If you’re like many people who have had a cold or sinus problem that won’t go away, or have suffered through seemingly endless ailments, it's likely you've had an atypical bacterial infection.
Specialist George Martin, head of the Department of Allergy and Asthma at Lankenau Medical Center in Philadelphia, states that atypical bacterial infections may be responsible for the endless bombardment of ailments that some suffer through during the fall and winter seasons.
“The most common one of them is Mycoplasma Pneumoniae Infection," Martin told WTXF News.
Mycoplasma Pneumonia is a contagious infection that affects the respiratory system, according to Healthline. The bacterium, also called Mycoplasma Pneumonia, is the most common of all human pathogens.
"[It] is a bacteria that acts more like a virus," Martin said.
Although most cases of the infection are mild, it can become severe and damage the heart or central nervous system. Those with respiratory ailments, asthma or allergies tend to catch the infection more often.
But for those without the aforementioned respiratory problems, why does the infection keep coming back?
“Your central nervous system could be affected -- headache, inability to concentrate, gastrointestinal as well as respiratory symptoms, sinusitis for long periods of time," Martin said.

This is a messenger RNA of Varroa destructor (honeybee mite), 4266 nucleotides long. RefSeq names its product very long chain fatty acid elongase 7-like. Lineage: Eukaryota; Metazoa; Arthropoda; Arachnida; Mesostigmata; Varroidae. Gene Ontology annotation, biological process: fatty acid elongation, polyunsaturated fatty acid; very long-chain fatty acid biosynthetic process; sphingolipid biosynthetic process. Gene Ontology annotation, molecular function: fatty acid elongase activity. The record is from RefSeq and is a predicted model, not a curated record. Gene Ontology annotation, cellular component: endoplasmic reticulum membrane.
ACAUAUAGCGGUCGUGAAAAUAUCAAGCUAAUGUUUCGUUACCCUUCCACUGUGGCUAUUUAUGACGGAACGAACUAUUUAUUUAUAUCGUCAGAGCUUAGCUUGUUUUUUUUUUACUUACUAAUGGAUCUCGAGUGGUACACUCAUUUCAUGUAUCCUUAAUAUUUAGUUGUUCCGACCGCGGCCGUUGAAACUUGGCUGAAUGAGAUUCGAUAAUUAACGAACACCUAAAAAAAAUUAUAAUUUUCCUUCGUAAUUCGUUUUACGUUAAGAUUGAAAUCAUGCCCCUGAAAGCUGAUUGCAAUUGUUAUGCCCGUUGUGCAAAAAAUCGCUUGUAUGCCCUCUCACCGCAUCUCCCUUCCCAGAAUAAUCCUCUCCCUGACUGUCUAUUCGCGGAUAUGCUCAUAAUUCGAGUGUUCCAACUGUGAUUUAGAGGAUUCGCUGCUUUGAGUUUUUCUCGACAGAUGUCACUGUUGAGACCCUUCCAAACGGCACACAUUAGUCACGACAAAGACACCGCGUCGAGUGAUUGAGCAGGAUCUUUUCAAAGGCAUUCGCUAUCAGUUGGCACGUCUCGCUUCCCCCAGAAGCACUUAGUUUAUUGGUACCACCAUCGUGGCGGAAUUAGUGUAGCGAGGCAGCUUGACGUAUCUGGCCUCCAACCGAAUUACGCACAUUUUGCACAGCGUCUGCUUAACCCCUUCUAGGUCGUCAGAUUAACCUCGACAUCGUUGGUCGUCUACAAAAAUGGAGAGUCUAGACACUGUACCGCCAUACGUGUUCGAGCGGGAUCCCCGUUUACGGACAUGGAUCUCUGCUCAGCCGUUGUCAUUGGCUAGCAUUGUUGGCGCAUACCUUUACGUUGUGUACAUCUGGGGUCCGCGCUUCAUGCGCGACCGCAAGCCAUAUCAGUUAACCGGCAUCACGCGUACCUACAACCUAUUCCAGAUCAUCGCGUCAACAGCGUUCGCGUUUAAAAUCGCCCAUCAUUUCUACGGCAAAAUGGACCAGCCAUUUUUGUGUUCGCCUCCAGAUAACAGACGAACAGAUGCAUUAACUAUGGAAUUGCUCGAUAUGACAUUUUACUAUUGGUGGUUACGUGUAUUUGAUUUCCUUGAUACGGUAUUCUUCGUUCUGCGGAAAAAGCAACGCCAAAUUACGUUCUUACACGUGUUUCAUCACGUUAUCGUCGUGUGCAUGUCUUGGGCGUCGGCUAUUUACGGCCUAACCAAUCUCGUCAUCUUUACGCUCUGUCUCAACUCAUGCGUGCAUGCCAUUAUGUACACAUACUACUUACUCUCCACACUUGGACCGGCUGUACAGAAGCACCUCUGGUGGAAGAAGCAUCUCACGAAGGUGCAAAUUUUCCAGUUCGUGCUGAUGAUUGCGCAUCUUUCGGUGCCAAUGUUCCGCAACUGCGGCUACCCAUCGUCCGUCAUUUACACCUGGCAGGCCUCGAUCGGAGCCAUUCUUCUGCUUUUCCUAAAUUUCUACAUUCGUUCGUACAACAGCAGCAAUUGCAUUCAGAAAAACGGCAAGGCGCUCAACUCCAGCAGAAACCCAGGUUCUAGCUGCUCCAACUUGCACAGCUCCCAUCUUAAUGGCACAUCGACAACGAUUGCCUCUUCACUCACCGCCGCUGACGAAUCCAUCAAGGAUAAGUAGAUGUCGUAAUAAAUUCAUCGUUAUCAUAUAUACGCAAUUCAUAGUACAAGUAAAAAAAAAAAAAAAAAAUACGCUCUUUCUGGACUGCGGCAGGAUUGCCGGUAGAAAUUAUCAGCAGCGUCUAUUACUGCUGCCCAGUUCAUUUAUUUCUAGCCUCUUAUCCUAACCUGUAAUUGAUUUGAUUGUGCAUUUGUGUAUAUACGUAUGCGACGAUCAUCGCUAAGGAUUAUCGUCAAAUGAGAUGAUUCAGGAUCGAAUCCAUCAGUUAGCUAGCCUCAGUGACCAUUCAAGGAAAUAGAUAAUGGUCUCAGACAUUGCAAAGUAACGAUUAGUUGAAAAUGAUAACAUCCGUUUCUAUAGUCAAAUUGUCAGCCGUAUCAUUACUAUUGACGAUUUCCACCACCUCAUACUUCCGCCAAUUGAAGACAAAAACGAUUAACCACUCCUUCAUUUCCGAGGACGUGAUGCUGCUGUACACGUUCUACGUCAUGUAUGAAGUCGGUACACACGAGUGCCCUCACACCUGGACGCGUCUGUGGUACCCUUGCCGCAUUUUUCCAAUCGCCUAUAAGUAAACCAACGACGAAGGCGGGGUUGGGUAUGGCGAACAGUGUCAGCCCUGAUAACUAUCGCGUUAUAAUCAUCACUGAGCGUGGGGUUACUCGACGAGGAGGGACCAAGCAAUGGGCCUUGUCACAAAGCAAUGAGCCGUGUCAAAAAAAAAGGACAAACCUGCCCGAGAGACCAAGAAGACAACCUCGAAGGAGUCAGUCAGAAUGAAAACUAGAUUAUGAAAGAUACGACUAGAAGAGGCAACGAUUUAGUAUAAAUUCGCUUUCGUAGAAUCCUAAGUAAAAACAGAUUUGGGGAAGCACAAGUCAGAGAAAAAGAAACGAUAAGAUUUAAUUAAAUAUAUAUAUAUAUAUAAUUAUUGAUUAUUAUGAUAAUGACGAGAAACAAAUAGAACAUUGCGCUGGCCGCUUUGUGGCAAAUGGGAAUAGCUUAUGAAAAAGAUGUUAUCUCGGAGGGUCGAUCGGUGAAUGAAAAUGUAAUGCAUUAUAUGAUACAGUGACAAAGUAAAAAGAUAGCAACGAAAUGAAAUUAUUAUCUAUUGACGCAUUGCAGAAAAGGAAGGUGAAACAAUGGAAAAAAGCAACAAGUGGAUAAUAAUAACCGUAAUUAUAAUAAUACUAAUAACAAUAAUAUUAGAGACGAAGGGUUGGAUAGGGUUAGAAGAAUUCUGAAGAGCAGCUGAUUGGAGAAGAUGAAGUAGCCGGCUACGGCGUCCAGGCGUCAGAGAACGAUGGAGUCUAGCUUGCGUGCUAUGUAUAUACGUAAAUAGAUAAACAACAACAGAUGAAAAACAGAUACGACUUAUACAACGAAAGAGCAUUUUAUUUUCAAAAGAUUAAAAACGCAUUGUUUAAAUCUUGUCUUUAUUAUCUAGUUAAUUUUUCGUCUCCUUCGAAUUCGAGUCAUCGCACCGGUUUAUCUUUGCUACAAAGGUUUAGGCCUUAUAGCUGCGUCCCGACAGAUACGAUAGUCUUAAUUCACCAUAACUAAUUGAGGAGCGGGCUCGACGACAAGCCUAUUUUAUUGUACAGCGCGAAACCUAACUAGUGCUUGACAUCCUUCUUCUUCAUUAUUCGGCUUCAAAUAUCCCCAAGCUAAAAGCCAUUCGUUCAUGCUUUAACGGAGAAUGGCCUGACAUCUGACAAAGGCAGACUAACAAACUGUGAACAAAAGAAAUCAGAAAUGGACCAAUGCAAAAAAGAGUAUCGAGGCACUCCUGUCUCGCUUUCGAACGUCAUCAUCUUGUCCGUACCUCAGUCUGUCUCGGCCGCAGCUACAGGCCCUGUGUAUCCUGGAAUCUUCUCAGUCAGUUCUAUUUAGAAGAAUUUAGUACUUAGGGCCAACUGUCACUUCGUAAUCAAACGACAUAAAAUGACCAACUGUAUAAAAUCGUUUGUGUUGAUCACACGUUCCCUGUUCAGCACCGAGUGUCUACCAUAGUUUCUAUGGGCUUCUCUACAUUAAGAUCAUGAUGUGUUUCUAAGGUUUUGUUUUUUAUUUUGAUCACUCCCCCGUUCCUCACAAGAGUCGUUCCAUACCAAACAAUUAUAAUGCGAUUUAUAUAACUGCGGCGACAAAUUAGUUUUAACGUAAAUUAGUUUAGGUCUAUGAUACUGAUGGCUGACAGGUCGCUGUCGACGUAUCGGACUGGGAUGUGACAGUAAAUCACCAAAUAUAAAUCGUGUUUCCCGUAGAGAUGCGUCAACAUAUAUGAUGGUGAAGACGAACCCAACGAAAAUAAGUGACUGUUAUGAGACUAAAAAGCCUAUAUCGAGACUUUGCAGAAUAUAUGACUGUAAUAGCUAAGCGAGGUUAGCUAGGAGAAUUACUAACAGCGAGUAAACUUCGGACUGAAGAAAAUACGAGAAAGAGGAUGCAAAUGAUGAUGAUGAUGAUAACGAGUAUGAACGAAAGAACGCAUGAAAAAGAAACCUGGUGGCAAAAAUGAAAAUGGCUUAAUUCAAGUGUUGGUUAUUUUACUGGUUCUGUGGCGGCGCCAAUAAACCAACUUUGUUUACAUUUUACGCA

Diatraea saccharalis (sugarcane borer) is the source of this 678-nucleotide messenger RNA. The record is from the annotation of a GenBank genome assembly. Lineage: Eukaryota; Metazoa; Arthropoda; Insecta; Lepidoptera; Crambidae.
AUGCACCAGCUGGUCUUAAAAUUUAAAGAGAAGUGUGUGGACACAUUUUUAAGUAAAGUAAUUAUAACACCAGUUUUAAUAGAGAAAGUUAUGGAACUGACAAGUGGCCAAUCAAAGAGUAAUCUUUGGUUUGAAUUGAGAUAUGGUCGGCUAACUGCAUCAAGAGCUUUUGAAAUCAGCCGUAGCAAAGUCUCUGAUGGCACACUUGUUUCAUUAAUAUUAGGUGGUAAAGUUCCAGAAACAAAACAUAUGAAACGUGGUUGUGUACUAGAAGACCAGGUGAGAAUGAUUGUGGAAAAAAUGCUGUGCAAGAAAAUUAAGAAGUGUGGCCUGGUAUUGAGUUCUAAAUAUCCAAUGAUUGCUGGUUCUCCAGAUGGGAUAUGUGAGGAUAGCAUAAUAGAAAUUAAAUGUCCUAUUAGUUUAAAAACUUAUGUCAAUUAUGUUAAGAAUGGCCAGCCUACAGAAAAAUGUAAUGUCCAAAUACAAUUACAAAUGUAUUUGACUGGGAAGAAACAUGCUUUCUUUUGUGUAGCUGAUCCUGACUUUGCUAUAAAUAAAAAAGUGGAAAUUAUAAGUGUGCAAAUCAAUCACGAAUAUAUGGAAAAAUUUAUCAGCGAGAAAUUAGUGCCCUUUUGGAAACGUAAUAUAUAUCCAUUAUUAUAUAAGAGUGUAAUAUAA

It can be difficult to diagnosis because it has few distinguishable symptoms, which tend to be the same as those stemming from a typical upper respiratory tract infection. The most common sign of infection is a dry cough, although fever and malaise can also be observed.
"Are doctors maybe missing this?” Martin inquired. “Not so much that they're missing it but maybe not being treated as aggressively as one would like."
In the early stages, the body may not reveal an infection as the bacterium can develop anywhere throughout the body for several weeks. In order to make a diagnosis, a doctor needs to observe a patient's breathing with a stethoscope to check for abnormalities.
The risk of contracting Mycoplasma Pneumonia increases in the fall and winter months, especially in schools, daycare centers and other places where people work closely together.
In adults, the infection is typically treated with antibiotics, such as doxycycline, tetracycline and quinolones, and in children, macrolides are typically used, such as erythromycin, clarithromycin, roxithromycin and azithromycin.